Asking how something is working forces introspection. It solicits a self-analysis of how the approach is working. Sometimes people have given the situation thoughtful consideration and can quickly provide their opinion on how things are going. However, many times people haven’t yet invested the effort to examine the situation and might be hoping that I can save them the trouble by giving my opinion. Asking how’s it going forces them to reflect on their own situation.
Shifts Focus to Actionable Data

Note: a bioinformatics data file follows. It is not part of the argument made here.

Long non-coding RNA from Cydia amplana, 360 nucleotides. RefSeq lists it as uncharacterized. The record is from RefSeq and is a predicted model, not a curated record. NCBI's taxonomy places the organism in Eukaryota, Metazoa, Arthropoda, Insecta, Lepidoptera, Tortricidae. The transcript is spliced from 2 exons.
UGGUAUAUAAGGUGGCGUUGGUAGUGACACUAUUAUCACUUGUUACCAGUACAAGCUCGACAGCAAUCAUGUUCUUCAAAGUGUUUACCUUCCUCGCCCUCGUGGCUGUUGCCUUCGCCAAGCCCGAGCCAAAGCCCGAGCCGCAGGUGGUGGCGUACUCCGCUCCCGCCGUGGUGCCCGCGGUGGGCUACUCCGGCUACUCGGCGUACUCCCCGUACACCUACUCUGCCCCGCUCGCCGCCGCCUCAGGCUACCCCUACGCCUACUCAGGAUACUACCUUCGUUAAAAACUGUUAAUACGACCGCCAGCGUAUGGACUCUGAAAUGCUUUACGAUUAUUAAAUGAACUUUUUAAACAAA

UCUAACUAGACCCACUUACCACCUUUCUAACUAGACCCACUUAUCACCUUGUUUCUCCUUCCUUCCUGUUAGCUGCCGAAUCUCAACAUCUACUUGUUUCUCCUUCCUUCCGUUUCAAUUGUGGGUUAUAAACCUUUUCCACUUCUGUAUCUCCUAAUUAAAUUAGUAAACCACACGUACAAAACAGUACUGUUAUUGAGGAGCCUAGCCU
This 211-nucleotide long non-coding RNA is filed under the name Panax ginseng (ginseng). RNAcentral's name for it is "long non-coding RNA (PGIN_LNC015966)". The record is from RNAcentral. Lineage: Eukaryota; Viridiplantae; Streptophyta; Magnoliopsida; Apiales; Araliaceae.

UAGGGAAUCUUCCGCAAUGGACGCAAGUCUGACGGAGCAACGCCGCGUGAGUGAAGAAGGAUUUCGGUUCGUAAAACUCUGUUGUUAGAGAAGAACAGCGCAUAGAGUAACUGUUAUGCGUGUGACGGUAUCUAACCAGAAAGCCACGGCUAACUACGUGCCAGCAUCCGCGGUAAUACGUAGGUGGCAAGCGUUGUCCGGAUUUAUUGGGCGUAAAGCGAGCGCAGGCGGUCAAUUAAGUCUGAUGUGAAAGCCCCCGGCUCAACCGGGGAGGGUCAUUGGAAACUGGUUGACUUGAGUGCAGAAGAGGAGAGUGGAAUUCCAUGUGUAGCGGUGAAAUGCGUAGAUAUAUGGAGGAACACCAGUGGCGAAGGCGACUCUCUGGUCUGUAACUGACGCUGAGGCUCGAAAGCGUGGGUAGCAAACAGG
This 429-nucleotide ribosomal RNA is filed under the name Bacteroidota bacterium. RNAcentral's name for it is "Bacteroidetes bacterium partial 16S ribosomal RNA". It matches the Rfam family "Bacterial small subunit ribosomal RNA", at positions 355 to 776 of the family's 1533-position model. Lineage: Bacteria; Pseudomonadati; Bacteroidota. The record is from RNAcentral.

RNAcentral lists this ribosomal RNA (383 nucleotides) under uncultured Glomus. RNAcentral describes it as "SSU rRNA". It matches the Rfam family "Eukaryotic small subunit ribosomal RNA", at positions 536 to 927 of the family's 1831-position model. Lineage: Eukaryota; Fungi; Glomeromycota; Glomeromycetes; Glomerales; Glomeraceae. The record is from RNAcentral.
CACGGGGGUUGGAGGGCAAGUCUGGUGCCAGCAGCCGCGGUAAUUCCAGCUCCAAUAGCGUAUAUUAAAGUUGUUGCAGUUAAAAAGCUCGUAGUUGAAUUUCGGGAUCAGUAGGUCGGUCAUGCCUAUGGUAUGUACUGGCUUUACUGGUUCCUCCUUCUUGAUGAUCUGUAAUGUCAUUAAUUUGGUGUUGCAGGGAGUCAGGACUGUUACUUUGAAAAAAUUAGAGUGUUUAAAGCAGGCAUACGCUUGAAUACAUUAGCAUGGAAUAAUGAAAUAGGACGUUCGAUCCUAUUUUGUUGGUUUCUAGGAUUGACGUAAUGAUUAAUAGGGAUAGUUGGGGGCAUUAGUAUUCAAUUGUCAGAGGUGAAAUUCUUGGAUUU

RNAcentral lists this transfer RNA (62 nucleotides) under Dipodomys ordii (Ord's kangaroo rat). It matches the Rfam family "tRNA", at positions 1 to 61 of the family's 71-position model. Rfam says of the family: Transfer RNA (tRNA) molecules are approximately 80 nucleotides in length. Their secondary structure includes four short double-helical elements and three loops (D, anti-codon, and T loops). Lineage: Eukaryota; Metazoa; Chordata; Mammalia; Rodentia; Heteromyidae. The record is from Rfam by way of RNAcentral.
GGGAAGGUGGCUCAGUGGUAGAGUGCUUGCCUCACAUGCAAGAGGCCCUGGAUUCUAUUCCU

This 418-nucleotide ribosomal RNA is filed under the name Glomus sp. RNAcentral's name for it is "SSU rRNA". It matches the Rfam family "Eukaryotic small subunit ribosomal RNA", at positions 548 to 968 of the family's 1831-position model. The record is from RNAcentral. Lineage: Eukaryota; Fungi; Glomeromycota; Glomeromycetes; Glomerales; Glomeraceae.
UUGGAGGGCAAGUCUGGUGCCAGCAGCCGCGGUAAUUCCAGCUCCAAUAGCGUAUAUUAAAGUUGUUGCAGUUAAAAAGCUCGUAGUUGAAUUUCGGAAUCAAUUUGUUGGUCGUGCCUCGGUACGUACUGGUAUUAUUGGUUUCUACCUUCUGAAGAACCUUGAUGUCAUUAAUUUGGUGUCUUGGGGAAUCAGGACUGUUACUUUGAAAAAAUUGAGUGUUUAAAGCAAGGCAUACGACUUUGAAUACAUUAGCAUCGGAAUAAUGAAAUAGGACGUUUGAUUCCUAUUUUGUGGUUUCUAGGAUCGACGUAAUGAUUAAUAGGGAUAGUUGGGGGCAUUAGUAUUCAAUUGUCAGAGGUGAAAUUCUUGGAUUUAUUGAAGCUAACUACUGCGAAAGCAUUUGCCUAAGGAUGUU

When you ask people how’s it working, you often get one opinion or interpretation of the situation. That’s a fine starting point, since at least they are thinking about and interpreting the situation. However, people have a tendency to interpret based on their own assumptions or biases. They may not have actually collected any actionable data that would be helpful to validate or refute their assumptions.
For example, I recently had a discussion with a senior manager who was explaining how he is using agile development in conjunction with fixed-priced contracts with his sub-contractors. He provided a very detailed description of his approach and then asked what I thought.
I asked, “So how’s that working for you?” His initial response of “OK, I guess” seemed a bit superficial given they had completed more than 10 agile development efforts using this approach.